Boston Roll Sushi are made with creamy avocado, poached shrimp, and crunchy cucumber, then wrapped in nori seaweed sheets and sushi rice. You’ll learn how to make sushi rice, how to choose ingredients, how to wrap the sushi, and how to finish with tobiko or masago in this tutorial!
WHAT IS A BOSTON ROLL?
Boston roll sushi are a form of maki sushi (rolled sushi) produced by rolling items in nori seaweed sheets and seasoned rice, similar to the California Roll. The Boston roll uses poached shrimp instead of imitation crab. It’s an inside-out sushi roll, with the rice on the exterior and the filling wrapped in nori on the inside. The brilliant orange masago or tobiko is commonly used as a garnish (Japanese flying fish roe).
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If you don’t like raw fish, this Boston roll is a nice option because it utilizes cooked shrimp rather than raw fish.
Boston rolls are not made in Japan, despite the fact that rolled sushi is. It’s a sushi recipe adapted in the Eastern United States to pay homage to the Japanese roots while highlighting the Boston area’s shrimp industry.
Boston Roll Sushi Video Recipe
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WHAT IS A BOSTON ROLL MADE OF?
A Boston roll’s traditional fillings are cooked shrimp, avocado, and cucumber. Some people make tempura shrimp, which is made by dipping shrimp in batter and then deep frying them in high oil. For a healthier and easier alternative that is still flavorful, I like to use poached shrimp.
It’s best to add some tobiko (flying fish roe) on top of the sushi roll after it’s been rolled up in seaweed sheet and rice, giving it a brilliant orange color and crunchy texture. It’s available in your local Japanese store or on Amazon. Masago is sometimes used as a replacement.
Can I use something else to substitute tobiko?
Tobiko is a distinctive ingredient with a purpose for its widespread use in the Boston Sushi Roll recipe. It adds a vivid orangey color to the roll and has a distinct smoky, salty flavor.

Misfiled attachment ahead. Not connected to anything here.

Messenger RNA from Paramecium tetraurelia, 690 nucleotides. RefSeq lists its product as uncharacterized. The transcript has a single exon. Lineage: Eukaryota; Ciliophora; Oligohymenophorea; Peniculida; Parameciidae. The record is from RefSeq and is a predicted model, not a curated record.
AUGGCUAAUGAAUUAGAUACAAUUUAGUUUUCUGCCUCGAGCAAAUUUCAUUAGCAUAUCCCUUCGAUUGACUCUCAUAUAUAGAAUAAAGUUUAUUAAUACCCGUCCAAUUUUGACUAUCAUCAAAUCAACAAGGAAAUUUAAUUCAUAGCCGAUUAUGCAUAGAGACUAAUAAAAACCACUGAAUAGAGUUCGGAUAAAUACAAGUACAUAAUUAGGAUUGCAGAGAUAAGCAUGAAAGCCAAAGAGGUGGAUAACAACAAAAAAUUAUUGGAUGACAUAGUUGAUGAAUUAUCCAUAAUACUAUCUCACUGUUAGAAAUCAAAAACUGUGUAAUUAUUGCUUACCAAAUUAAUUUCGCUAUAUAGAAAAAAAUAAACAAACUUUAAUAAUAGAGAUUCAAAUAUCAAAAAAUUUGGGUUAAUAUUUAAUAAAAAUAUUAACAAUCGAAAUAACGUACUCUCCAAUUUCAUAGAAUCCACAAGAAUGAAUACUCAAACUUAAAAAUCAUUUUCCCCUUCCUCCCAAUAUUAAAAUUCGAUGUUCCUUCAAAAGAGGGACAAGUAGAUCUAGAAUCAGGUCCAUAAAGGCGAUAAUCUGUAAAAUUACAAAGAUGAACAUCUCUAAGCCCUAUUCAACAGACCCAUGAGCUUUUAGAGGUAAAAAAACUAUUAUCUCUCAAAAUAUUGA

People frequently substitute tobiko for masago because it is less expensive, but it lacks the flavor and crunch of tobiko
If you’re going to spend the time preparing Boston sushi rolls, you might as well reward yourself to the slightly more costly tobiko, which will tie everything together.
If you don’t like fish eggs, you can remove them out of the dish entirely. You could always cover your sushi rolls with finely chopped black olives.
What nori sheets are best to use for this recipe?
The best nori sheets for a Boston roll recipe, or any sushi roll recipe, are dark green, almost black in color, and uniformly thick all over.
Nori sheets with a naturally sweet flavor and a uniquely rich texture are the best.
What kind of shrimp is best to use for Boston Roll Sushi?
For this dish, you may use fresh or frozen shrimp; we prefer to acquire ours fresh from the local fish market because they still have a lot of flavor.
You’ll need to take the shell off and devein the shrimp before you begin the recipe. If you’ve never done this before, there are various YouTube videos that will show you what to throw away when utilizing shrimp.
How to prevent your sushi roll from falling apart
If your sushi roll doesn’t hold together, it’s possible that you used the wrong kind of rice. Sushi rolls will also come apart if the nori sheets are too dry or if they are overstuffed.
When putting together your sushi rolls, make sure you squeeze them tightly to keep them together.
HOW TO MAKE BOSTON SUSHI ROLL
COOK THE SUSHI RICE
- Sushi rice that stays fluffy even after being tightly folded is the foundation of a fantastic sushi roll. As a result, for this recipe, use high-quality short grain rice. When compared to normal rice, you’ll require less water. The ideal rice-to-water ratio is 1:1. (or use 1.2:1 if you prefer softer rice).